fide personal hero——a man I have
professionally respected from afar
for several years.

He is James J. Kilpatrick, a
columnist syndicated in 370
newspapers under the title “A
(‘onservative View.“ Mr. Kilpatrick
came to UK yesterday to deliver a
lecture about his trade.

Some of you might know of him as
“Jack“ Kilpatrick of “Point-
(‘ounterpoint“ fame on CBS‘s 60
Minutes. But Mr. Kilpa trick is a self-
described “print-man," and so I
prefer to reject the flashy TV tag of
"Jack“ and just think of him as
“James J.“

During the afternoon I had the
chance to shake his hand and have a
little polite conversation with him.
The thrill of talking to this talented,
nationally-known writer was a

foreign one to me; it was an ex-
pcrience almost larger than life, the
kind that usually causes you to do
something embarrassing like drool
down your chin when you’re trying
to impress the guy.

Aside from the strange enjoyment
of meeting my favorite columnist—
despite the fact that I don’t agree
with him much of the time—the
meeting gave me pause to think that
it‘s too bad people these days don‘t
have many heroes.

Maybe the cause of this demise of
popular idoldom is television‘s over-
exposure of important figures, or
maybe it’s just the fast pace of life.
I 'ou Id be that the whole thing is a by-
product of this. the “Me-decade”—
the label that author Tom Wolfe has
put on the recent craze for personal
turning-inward. The “Me-decade"
has emerged in the forms of TM.
yoga, est. and a variety of other self-
conscious—some say selfish—

The biggest homes of this decade
do seem to be Mb, Myself and I. It‘s
no wonder there aren‘t many
popularly acclaimed ones anymore.

Sometimes fault must be laid at
the feet of those who might be the
heroes; a few of them think so much
of themselves that there's no need
for the public’s adulation.

As an illustration. take a look at
that bastion of American hero-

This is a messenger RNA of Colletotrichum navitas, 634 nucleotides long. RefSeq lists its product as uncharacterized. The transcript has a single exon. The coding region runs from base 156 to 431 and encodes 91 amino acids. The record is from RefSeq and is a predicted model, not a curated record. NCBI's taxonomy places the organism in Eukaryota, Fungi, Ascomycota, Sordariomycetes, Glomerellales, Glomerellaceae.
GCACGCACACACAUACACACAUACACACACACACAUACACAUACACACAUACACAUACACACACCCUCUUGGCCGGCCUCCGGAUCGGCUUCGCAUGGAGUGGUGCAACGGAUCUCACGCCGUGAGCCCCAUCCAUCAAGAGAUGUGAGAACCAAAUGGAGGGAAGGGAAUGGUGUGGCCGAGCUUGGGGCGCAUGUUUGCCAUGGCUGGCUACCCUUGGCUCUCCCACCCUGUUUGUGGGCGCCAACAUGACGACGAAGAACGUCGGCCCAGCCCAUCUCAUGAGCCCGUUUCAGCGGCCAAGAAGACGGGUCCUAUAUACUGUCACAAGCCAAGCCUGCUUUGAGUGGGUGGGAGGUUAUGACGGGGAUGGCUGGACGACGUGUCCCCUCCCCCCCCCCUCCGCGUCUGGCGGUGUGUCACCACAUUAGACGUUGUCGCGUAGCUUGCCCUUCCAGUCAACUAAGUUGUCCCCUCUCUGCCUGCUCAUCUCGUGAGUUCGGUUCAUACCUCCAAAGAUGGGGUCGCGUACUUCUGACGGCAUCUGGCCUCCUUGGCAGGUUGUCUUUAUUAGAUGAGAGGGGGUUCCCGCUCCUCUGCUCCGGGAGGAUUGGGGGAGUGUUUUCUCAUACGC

worship, the world of professional
baseball. A few short years ago,
Mickey Mantle at least projected the
image of having more love for
baseball than money. Today, Pete
Rose does not.

Although he may be in the right,
Rose‘s salary problems hold no
interest for me because, well, that’s
his battle to light, not mine. The
pitfallsof life that most ofus regular
peons face from time to time are
hard enough to keep up with, much
less Pete Rose‘s.

And this is my point. Heroes and
hem worship are supposed to lift our
thoughts away l‘rom- not embroil us
in——the mundane drudgery of things
like contract disputes.

That‘s what meeting Mr.
Kilpatrick did for me. Shaking
hands with someone hasn‘t given me
goose bumps in a long time—maybe
never. But shaking James J.’s hand
did that for me, just like watching
Aaron hit a homer used to do for me,
just like watching Rose slide a
trench into homeplate does for some
people now.

I can‘t say I would have felt that
way if Rose had won his contract
dispute. That ain‘t the stuff heroes
are made of.


Ilick Downey. in his second year as a
Kernel columnist. is rapidly ap-
proaching graduation from Law
School. llis column appears every

State Sen. Joe Graves is
best qualified for mayor


[expect in a city of over 200.000 to
have a large number of traffic
problems and tie-ups. And I’m
content to put up with a few hassles
for some. progressive changes in
Lexington. But I‘ve become more


aware recently just how bad the
traffic situation is here around
campus and in Lexington.

Maybe is was being stopped twice
in five minutes while a train
changed tracks at 5:30 p.m. ( which
is illegal under Kentucky law). But


we’ve certainly reached a point
where it‘s not hard to see we've got
plenty of room for improvement.

The purpose of this letter is not to
write out the hundreds of traffic
complaints that each of us has
complained about or muttered abut
under our breath for years. but to
project someone who I think can go a
long way towards solving some of
these problems.

Student government here at UK
and other interested persons have
knocked their heads against closed
doors at City Hall long enough. We
need someone in the mayor‘s office
who will finally listen to us. I think
that person is Joe Graves.


For O’Mera

Peggy O‘Mera for Student Gov-